The 27in iMac was last updated in August 2020, so it's just a year old now, and its days are likely numbered, with a replacement model no doubt in the pipeline at Apple. The rumours indicate this new iMac will have a bigger screen and a pro-level Apple chip, but we don't know how long we will have to wait for that - we estimate that it will arrive in spring 2022. So for now if you are a pro-user looking for a Mac desktop the 27in iMac is one to consider.

27in iMac

Here's how the 27in iMac compares to the best of the 24in models:

The 27in iMac starts at £1,799/$1,799, in contrast you can spend £1,449/$1,499 or £1,649/$1,699 on the 24in iMac. The fractionally lower price does little to make the 24in iMac a more attractive proposition, in many ways it lends weight to our conclusion that the 24in model is overpriced for what it is.

The 27in iMac is, of course, more expensive than the 24in iMac, but it has a number of pro-focused features in its favour including 6-core or 8-core (or build-to-order 10-core) 10th generation Intel processors, the option to add up to 128GB RAM (while the 24in model maxes out at just 16GB RAM), and high-end Radeon Pro graphics cards.

The M1 Chip is impressive, and as you can see from our CPU benchmarks, it does beat the 2020 8-core processor in the 3.8GHz 27in iMac.

But when it comes to graphics performance there is no denying the advantage of the Radeon Pro graphics, which are leagues ahead. The M1 is good, but not that good.

The other factor in favour of the 27in iMac is the 5K retina display, although the 4.5K Retina display of the 24in model is closing the gap. Both offer 500 nits brightness, Wide colour and True Tone, but the 27in model with its 5,120x2,880 pixels is clearly ahead of its sibling's 4,480x2,520 pixels. We expect that whatever Apple is developing as a replacement for the 27in iMac will make that gap even wider, of course, so you may wish to wait for that.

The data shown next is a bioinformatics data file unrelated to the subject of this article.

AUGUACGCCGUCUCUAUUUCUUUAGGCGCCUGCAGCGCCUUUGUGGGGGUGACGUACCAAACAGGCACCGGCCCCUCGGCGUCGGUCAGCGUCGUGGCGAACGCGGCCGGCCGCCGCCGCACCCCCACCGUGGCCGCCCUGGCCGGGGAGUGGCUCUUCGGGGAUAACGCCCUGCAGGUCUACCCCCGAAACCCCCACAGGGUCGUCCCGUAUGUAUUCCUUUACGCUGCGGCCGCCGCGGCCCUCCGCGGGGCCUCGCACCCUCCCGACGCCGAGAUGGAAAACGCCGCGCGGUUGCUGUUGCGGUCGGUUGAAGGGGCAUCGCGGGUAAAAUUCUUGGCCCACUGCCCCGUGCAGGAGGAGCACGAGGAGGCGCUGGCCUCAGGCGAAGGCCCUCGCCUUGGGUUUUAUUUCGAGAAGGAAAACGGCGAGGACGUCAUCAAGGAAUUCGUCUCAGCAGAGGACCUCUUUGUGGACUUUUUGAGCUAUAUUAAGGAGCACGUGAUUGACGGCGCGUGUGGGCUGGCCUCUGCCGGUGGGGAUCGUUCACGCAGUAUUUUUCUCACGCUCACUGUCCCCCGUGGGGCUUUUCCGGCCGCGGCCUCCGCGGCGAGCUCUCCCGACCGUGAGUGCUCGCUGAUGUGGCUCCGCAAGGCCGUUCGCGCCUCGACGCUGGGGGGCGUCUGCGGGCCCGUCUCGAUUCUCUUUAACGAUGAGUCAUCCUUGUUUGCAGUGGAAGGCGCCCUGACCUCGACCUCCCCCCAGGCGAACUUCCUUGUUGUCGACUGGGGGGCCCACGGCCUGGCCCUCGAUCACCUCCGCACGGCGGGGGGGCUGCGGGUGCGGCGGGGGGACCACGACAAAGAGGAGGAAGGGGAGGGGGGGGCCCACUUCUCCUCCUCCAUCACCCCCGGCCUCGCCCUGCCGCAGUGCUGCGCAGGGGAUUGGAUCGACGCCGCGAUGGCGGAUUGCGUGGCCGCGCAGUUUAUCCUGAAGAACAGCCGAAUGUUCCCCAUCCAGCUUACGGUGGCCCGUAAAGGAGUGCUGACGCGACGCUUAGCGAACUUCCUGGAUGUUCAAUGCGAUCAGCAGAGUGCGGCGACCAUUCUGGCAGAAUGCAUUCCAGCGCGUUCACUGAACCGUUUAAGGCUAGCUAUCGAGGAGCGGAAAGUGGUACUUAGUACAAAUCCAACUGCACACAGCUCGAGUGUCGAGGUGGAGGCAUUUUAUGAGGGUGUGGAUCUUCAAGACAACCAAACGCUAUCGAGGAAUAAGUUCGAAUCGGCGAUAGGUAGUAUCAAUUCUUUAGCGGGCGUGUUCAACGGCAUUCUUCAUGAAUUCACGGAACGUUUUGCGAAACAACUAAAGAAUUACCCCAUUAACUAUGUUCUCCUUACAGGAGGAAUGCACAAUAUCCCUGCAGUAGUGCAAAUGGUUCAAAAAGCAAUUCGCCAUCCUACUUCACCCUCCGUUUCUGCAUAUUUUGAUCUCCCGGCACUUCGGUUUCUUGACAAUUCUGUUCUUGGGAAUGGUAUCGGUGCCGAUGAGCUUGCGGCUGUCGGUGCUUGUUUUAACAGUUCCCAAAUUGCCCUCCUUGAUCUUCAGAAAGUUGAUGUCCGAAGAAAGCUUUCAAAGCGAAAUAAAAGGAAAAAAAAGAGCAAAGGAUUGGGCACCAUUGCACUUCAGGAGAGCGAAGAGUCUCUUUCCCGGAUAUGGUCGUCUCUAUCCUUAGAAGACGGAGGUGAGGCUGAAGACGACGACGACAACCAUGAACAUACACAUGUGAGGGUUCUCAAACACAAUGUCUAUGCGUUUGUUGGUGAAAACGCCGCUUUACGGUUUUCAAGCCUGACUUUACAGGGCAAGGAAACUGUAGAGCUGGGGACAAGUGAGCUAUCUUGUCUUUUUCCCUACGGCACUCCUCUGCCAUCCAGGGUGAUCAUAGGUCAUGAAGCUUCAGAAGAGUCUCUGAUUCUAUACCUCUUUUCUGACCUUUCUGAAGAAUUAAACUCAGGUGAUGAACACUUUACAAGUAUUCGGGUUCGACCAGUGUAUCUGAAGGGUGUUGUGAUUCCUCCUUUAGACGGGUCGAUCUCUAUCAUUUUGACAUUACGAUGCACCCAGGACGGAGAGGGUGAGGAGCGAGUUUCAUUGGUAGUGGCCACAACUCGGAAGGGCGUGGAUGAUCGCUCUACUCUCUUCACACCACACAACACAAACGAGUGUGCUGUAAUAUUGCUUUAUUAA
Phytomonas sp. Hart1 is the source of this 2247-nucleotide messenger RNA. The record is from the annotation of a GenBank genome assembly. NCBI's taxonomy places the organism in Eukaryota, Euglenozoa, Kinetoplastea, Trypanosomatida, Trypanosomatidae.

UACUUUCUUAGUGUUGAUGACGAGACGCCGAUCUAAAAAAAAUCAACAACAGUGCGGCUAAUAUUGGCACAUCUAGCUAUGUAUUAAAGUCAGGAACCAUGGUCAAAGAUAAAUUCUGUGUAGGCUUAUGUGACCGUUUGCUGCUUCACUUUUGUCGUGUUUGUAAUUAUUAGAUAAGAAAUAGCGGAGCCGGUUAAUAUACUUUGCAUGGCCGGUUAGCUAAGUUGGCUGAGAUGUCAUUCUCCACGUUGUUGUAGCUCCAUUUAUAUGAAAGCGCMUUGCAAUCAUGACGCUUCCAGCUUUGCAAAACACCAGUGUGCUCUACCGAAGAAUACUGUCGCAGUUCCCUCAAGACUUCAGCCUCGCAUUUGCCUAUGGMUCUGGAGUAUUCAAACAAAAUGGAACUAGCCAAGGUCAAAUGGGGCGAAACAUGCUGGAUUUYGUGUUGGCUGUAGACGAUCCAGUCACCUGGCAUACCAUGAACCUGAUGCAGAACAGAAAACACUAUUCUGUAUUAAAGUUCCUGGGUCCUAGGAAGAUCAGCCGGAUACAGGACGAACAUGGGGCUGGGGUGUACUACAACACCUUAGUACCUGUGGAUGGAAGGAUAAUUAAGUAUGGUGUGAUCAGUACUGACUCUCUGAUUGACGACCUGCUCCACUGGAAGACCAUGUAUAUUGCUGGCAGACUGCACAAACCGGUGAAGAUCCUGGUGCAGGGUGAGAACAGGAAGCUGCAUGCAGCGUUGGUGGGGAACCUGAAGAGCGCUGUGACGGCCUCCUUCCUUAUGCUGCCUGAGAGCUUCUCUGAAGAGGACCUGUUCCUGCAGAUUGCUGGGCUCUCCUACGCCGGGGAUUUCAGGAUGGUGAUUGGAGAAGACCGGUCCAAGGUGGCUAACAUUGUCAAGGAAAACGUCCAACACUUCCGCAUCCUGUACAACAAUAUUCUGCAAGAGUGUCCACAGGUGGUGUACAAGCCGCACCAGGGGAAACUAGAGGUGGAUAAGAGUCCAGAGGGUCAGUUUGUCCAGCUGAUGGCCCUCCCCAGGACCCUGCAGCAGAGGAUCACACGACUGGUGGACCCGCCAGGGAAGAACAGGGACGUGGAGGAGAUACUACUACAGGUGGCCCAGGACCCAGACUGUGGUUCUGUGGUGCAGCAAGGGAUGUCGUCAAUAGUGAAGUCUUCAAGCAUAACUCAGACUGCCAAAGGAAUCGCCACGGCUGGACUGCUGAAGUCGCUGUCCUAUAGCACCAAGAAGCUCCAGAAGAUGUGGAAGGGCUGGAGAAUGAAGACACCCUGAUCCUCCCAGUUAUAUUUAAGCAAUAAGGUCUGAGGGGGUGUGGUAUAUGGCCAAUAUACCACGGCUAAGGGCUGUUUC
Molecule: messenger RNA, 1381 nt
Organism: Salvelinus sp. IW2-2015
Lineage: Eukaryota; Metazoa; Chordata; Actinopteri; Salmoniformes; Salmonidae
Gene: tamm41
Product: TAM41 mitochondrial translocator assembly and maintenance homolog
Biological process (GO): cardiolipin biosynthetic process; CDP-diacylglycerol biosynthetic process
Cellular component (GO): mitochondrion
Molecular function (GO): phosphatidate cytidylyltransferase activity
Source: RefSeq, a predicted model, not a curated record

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For more information read Should I buy a 27in iMac now or wait?

Which iMac is best?

The right iMac for you is going to depend on a number of factors: your budget, your needs and how urgently you need to have one right now.

If you don't have an unlimited budget then we would suggest that rather than purchasing one of the Macs Apple is selling right now you maximise what you can get for your money by purchasing a discontinued 21.5in or 27in iMac at a discount. We are always on the look out for the best iMac deals and we often see really great discounts on iMacs that Apple no longer sells. You could purchase a discontinued 21.5in iMac, with discrete graphics and a decent Intel processor for less than the 24in iMac. ;

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If you love the new 24in iMac design then we would suggest that you spend a bit more to buy one with 8-core GPU.

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And if you need the ultimate iMac, the August 2020 27in iMac is still a good option, despite being a year old now and destined for replacement. It's still the best value option for anyone who needs a Mac capable handling the most demanding graphics.

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For more advice about which Mac to buy read the following: